Moments before going onstage I pick up my dandi (wooden stick) and kamandal (small pot). Naturally the memories of those I have left behind, to embark on this journey of dance, start coming. I remember my mother’s face as I cross the emigration gates at the airport, she wonders when she will see me again. She is happy that I have taken this path, but sad to let me go. My sister, holding her beautiful son who calls me “antie Tonina” looks at me hopefully as small tears roll down her cheeks. To my father I have said goodbye the night before. Dancer and all, he accepts me now, he believes in me…”Live your life, do your best” he has said.
As I take the steps for the entry and sit in dharan (basic chhau position), my eyes get watery and then I know that the dance will be real.
Dandi is a solo dance item of the Southern school of Mayurbhanj Chhau. It is based on the traditional ritual carried out by Brahmins and Kshatriyas to celebrate the development of a boy into manhood and his possibility to become a Brahmacharia (a celibate saint). This custom is well known as Branatopayan, Upanayanam, or sacred thread ceremony. Priorly, in the time of the Yajurveda it was conducted for boys (tying the thread) as well as for girls (ear lobe piercing) just before they would leave their homes to begin a process of training or education in a Gurukul. Later on as the role of women changed in the society, it was only directed to boys between 7 and 14 years of age. Nowadays, if for some reason it can not take place then, it is mandatory to be done before marriage.
Before the ritual, the boys take bath, shave their heads, apply turmeric on their bodies, and wear saffron colored loin clothes, the color of ascetism and renunciation. The thread, also known as janeu is worn underneath the clothes in the company of a group chant of ‘Gayatri’ mantra. It is twisted in an upward direction to make certain that ‘Sattwaguna’ (good quality of truth) prevails. After tying janeu, the initiate goes around soliciting alms from his relatives, as this is the time when he can decide to leave home, and renounce the world to live the life of a wondering ascetic, carrying only a wooden stick taken from the branch of a holy tree, and a small pot with water. The Priest whispers three “magic” mantras into his ears. These, encouraged by the hypnotic sound of the dhol will empower him to cross the three lines drawn outside the house with rice paste and turmeric. The uncle usually stands here as a protector to make sure that he doesn’t. The three lines represent our worldly attachments: to our loved ones, to material goods and to our own ego. They can also be associated with triplets such as the three qualities: sattva, rajas and tamas; the three states: wakefulness, dream and deep sleep and the three dimensions of Heaven (swarga), Earth (mrityuloka) and Nether Regions (pataloka). If he decides to cross them, he can never come back and must dedicate his life to seek for the immortal Supreme Soul.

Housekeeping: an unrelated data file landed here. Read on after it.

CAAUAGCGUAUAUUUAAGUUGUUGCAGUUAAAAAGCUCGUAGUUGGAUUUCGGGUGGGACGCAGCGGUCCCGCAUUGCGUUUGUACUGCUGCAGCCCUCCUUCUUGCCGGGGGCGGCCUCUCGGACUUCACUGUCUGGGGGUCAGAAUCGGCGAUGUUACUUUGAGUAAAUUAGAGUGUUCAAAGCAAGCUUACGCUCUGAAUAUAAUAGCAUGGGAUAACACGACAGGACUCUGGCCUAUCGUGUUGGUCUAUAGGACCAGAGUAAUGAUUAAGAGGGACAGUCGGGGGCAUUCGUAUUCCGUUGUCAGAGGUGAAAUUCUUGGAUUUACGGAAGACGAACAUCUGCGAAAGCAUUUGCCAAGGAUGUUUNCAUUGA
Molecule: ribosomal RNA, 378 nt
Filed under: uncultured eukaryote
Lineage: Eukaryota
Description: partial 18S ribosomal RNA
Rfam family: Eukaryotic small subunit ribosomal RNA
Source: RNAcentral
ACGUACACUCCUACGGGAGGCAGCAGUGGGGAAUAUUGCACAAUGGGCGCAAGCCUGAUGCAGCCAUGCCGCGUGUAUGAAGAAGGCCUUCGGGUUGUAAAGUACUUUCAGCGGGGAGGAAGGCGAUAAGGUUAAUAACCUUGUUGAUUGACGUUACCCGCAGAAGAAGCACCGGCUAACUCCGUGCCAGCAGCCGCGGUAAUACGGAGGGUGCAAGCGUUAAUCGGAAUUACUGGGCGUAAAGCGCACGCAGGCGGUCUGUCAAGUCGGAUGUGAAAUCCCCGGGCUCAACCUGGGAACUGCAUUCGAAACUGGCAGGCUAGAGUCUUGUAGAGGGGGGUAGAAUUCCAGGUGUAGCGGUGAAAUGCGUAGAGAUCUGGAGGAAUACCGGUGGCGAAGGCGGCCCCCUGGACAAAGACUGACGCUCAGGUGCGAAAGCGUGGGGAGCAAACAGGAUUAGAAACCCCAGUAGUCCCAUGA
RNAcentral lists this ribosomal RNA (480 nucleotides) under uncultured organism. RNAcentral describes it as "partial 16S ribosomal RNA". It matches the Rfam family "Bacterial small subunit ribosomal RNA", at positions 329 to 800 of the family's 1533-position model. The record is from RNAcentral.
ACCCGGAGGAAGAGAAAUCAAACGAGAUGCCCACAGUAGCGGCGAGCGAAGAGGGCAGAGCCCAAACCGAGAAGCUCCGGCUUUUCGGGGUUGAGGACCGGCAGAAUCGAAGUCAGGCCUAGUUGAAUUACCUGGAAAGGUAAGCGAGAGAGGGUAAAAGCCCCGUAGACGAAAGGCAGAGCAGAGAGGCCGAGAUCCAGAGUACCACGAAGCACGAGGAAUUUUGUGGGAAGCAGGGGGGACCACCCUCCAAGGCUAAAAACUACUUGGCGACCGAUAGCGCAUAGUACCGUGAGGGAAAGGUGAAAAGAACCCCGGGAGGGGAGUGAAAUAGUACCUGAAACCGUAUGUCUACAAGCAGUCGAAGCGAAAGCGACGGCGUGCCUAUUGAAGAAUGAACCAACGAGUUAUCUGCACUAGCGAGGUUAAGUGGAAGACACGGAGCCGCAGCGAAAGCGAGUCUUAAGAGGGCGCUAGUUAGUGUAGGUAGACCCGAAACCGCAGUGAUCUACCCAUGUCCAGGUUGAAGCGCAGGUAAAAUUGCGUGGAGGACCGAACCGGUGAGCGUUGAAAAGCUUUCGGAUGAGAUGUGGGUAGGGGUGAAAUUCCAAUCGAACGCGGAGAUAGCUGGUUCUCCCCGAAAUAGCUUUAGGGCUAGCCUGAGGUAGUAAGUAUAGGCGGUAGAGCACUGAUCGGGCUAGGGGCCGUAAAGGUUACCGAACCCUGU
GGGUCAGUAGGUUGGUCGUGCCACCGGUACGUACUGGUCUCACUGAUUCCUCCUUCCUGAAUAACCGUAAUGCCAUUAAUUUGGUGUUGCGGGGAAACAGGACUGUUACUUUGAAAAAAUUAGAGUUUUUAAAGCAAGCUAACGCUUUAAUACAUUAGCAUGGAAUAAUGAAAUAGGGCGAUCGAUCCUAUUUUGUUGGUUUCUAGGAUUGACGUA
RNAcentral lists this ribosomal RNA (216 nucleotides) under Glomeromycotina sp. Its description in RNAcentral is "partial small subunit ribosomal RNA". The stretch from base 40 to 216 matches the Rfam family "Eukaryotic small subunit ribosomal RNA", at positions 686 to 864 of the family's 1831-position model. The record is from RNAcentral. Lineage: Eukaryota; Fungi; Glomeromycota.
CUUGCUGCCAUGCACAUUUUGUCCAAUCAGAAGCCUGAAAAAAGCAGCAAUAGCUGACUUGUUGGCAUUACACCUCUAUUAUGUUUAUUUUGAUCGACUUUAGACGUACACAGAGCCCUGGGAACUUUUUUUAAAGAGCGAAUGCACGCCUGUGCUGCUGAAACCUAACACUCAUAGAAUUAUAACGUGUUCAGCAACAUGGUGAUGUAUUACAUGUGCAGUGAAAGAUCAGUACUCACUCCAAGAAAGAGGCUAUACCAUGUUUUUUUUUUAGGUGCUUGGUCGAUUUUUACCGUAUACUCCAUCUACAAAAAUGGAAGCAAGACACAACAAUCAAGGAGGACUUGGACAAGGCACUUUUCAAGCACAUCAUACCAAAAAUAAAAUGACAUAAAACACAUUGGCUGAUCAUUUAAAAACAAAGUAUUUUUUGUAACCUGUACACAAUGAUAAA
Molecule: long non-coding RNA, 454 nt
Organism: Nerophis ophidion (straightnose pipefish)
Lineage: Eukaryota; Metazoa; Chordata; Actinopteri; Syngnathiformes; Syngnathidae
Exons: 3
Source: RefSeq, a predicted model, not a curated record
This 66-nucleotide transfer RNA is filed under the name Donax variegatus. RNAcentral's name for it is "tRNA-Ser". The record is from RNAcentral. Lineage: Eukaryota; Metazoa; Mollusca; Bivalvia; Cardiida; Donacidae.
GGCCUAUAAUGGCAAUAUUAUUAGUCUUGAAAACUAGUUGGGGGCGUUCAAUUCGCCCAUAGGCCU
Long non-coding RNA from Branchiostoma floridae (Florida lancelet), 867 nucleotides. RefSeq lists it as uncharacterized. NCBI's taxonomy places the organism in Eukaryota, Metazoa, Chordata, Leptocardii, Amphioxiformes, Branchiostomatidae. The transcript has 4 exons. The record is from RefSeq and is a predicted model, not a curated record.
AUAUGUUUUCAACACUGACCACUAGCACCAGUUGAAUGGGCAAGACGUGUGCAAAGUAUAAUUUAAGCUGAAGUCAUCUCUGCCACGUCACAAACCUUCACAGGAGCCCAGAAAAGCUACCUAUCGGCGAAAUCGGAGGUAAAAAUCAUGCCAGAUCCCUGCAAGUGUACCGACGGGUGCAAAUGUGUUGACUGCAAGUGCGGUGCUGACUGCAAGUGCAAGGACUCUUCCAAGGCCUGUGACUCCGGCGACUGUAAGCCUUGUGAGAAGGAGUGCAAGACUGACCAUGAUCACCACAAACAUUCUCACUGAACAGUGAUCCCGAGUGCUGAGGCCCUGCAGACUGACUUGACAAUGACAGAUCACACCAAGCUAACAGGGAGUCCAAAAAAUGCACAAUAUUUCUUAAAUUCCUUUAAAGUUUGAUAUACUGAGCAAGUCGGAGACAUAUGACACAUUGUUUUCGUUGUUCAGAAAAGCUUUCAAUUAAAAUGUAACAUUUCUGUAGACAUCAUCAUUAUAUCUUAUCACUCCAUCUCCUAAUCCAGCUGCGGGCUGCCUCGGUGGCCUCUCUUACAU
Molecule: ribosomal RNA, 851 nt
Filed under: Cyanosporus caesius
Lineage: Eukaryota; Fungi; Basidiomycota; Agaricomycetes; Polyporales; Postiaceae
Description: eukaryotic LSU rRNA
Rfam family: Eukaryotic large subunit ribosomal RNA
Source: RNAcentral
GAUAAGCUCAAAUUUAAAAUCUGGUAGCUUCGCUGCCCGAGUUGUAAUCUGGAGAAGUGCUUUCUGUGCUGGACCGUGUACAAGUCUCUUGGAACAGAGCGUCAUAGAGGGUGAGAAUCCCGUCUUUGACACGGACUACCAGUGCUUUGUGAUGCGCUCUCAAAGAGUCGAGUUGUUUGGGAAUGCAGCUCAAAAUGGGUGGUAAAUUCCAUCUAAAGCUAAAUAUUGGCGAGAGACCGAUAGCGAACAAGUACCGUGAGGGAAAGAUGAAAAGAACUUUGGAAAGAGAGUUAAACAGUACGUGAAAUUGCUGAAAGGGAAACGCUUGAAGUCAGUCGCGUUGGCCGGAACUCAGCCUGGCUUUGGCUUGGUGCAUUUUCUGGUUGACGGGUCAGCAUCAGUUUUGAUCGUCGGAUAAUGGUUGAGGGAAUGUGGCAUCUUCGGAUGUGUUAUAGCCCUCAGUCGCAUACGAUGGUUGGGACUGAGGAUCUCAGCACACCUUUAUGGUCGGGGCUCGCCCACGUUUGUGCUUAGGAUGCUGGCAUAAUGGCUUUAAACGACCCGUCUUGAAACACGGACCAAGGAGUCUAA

In the dance we cross the lines
As I symbolically draw them with my leg movements and lightly jump above them, I look back to see what I am leaving behind: a secure family life, material luxuries and economic stability. Still I cross them. I breath deeply. Though I know the movements that will follow and the effort required, the journey through the item is always unknown. The fear and sad departure of the beginning slowly changes into a streak of hope, “will I be able to make it this time?” and a gush of energy that motivates me to continue. Avartam by avartam (complete dance cycles) I travel through forests, cross rivers, jump over rocks and stumble upon my ego, breathing through my weaknesses and discovering new strengths. Suddenly the transition of the music comes and as I jump to take the sitting position, I close my eyes and wait for the uplifting music that will carry my body till the end of the item. The nataki (celebration part) starts: the Brahmachari has discovered the joys of meditating and now he indulges in the ecstasy of being one with the Higher Self. Sometimes the dance gives me the blessing of experiencing a bit of this feeling. And as I very slowly exit the stage with a feeling of togetherness, I know my journey continues.
Dandi is one of the items that draws upon traditional Odiya music and it is set to Dhamar taal with 14 beats. The movements involved, express the softest quality of the Mayurbhanj style called Kalibhanga, thus back bends and deep sitting are utilized. Guru K.C Naik (a guru brother of Guruji) was said to be the best exponent of this item. Guruji tells us that his expression was so powerful and real in the beginning of the dance that people used to cry and then they would be amazed at how supple he was and how he could bend touching his head to the ground.